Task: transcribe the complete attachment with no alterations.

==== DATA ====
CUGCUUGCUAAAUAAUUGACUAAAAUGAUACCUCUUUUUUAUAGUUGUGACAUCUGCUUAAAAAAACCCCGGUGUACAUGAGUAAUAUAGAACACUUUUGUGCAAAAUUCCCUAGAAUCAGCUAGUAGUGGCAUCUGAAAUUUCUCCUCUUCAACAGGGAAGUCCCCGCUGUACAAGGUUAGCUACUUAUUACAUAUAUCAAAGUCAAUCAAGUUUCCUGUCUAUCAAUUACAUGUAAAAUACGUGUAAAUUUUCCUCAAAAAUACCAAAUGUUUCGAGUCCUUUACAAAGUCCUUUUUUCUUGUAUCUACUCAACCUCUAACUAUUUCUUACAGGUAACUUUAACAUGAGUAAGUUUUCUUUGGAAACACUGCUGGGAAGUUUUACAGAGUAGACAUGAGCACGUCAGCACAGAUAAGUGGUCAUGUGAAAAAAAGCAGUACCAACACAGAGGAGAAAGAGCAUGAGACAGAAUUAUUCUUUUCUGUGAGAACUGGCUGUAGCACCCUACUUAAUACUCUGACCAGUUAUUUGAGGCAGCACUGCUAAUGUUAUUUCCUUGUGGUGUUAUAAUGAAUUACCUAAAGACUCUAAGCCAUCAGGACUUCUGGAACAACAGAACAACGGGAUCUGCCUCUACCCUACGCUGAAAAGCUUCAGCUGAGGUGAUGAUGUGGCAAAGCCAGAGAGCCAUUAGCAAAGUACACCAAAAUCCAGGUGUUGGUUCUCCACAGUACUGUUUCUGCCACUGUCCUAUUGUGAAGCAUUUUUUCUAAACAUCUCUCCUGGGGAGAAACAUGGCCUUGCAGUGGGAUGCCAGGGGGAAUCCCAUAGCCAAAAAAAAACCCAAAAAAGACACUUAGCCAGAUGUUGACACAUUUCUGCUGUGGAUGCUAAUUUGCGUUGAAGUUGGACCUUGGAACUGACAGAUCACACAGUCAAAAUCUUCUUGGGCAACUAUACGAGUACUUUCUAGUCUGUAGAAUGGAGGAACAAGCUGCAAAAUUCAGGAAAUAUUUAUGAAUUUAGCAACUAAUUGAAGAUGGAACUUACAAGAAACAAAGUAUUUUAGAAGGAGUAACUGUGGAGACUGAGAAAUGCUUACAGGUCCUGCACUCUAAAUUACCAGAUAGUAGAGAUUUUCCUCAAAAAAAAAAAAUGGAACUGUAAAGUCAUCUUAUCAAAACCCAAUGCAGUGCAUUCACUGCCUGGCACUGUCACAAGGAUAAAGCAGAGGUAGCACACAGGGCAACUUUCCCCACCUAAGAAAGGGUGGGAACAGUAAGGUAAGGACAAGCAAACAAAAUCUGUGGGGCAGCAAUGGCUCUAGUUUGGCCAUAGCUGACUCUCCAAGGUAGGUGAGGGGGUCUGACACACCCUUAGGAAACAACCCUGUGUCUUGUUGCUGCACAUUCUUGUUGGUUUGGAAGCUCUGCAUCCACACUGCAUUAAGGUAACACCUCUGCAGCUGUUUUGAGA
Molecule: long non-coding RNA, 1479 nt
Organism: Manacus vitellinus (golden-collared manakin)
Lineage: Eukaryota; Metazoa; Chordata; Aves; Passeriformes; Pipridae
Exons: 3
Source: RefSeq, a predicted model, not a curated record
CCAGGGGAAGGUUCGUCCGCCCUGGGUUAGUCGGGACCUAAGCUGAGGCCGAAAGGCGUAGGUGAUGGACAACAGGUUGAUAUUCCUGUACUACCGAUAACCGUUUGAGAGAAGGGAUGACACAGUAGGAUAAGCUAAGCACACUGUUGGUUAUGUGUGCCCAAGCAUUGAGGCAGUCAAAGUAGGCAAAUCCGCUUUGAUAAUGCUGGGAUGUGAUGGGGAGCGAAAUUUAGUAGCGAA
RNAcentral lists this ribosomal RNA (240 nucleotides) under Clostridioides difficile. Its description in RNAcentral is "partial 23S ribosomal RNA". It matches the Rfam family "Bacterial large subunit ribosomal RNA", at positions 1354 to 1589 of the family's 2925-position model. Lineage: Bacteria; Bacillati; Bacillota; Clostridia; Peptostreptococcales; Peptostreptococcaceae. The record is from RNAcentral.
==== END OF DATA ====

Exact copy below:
CUGCUUGCUAAAUAAUUGACUAAAAUGAUACCUCUUUUUUAUAGUUGUGACAUCUGCUUAAAAAAACCCCGGUGUACAUGAGUAAUAUAGAACACUUUUGUGCAAAAUUCCCUAGAAUCAGCUAGUAGUGGCAUCUGAAAUUUCUCCUCUUCAACAGGGAAGUCCCCGCUGUACAAGGUUAGCUACUUAUUACAUAUAUCAAAGUCAAUCAAGUUUCCUGUCUAUCAAUUACAUGUAAAAUACGUGUAAAUUUUCCUCAAAAAUACCAAAUGUUUCGAGUCCUUUACAAAGUCCUUUUUUCUUGUAUCUACUCAACCUCUAACUAUUUCUUACAGGUAACUUUAACAUGAGUAAGUUUUCUUUGGAAACACUGCUGGGAAGUUUUACAGAGUAGACAUGAGCACGUCAGCACAGAUAAGUGGUCAUGUGAAAAAAAGCAGUACCAACACAGAGGAGAAAGAGCAUGAGACAGAAUUAUUCUUUUCUGUGAGAACUGGCUGUAGCACCCUACUUAAUACUCUGACCAGUUAUUUGAGGCAGCACUGCUAAUGUUAUUUCCUUGUGGUGUUAUAAUGAAUUACCUAAAGACUCUAAGCCAUCAGGACUUCUGGAACAACAGAACAACGGGAUCUGCCUCUACCCUACGCUGAAAAGCUUCAGCUGAGGUGAUGAUGUGGCAAAGCCAGAGAGCCAUUAGCAAAGUACACCAAAAUCCAGGUGUUGGUUCUCCACAGUACUGUUUCUGCCACUGUCCUAUUGUGAAGCAUUUUUUCUAAACAUCUCUCCUGGGGAGAAACAUGGCCUUGCAGUGGGAUGCCAGGGGGAAUCCCAUAGCCAAAAAAAAACCCAAAAAAGACACUUAGCCAGAUGUUGACACAUUUCUGCUGUGGAUGCUAAUUUGCGUUGAAGUUGGACCUUGGAACUGACAGAUCACACAGUCAAAAUCUUCUUGGGCAACUAUACGAGUACUUUCUAGUCUGUAGAAUGGAGGAACAAGCUGCAAAAUUCAGGAAAUAUUUAUGAAUUUAGCAACUAAUUGAAGAUGGAACUUACAAGAAACAAAGUAUUUUAGAAGGAGUAACUGUGGAGACUGAGAAAUGCUUACAGGUCCUGCACUCUAAAUUACCAGAUAGUAGAGAUUUUCCUCAAAAAAAAAAAAUGGAACUGUAAAGUCAUCUUAUCAAAACCCAAUGCAGUGCAUUCACUGCCUGGCACUGUCACAAGGAUAAAGCAGAGGUAGCACACAGGGCAACUUUCCCCACCUAAGAAAGGGUGGGAACAGUAAGGUAAGGACAAGCAAACAAAAUCUGUGGGGCAGCAAUGGCUCUAGUUUGGCCAUAGCUGACUCUCCAAGGUAGGUGAGGGGGUCUGACACACCCUUAGGAAACAACCCUGUGUCUUGUUGCUGCACAUUCUUGUUGGUUUGGAAGCUCUGCAUCCACACUGCAUUAAGGUAACACCUCUGCAGCUGUUUUGAGA
Molecule: long non-coding RNA, 1479 nt
Organism: Manacus vitellinus (golden-collared manakin)
Lineage: Eukaryota; Metazoa; Chordata; Aves; Passeriformes; Pipridae
Exons: 3
Source: RefSeq, a predicted model, not a curated record
CCAGGGGAAGGUUCGUCCGCCCUGGGUUAGUCGGGACCUAAGCUGAGGCCGAAAGGCGUAGGUGAUGGACAACAGGUUGAUAUUCCUGUACUACCGAUAACCGUUUGAGAGAAGGGAUGACACAGUAGGAUAAGCUAAGCACACUGUUGGUUAUGUGUGCCCAAGCAUUGAGGCAGUCAAAGUAGGCAAAUCCGCUUUGAUAAUGCUGGGAUGUGAUGGGGAGCGAAAUUUAGUAGCGAA
RNAcentral lists this ribosomal RNA (240 nucleotides) under Clostridioides difficile. Its description in RNAcentral is "partial 23S ribosomal RNA". It matches the Rfam family "Bacterial large subunit ribosomal RNA", at positions 1354 to 1589 of the family's 2925-position model. Lineage: Bacteria; Bacillati; Bacillota; Clostridia; Peptostreptococcales; Peptostreptococcaceae. The record is from RNAcentral.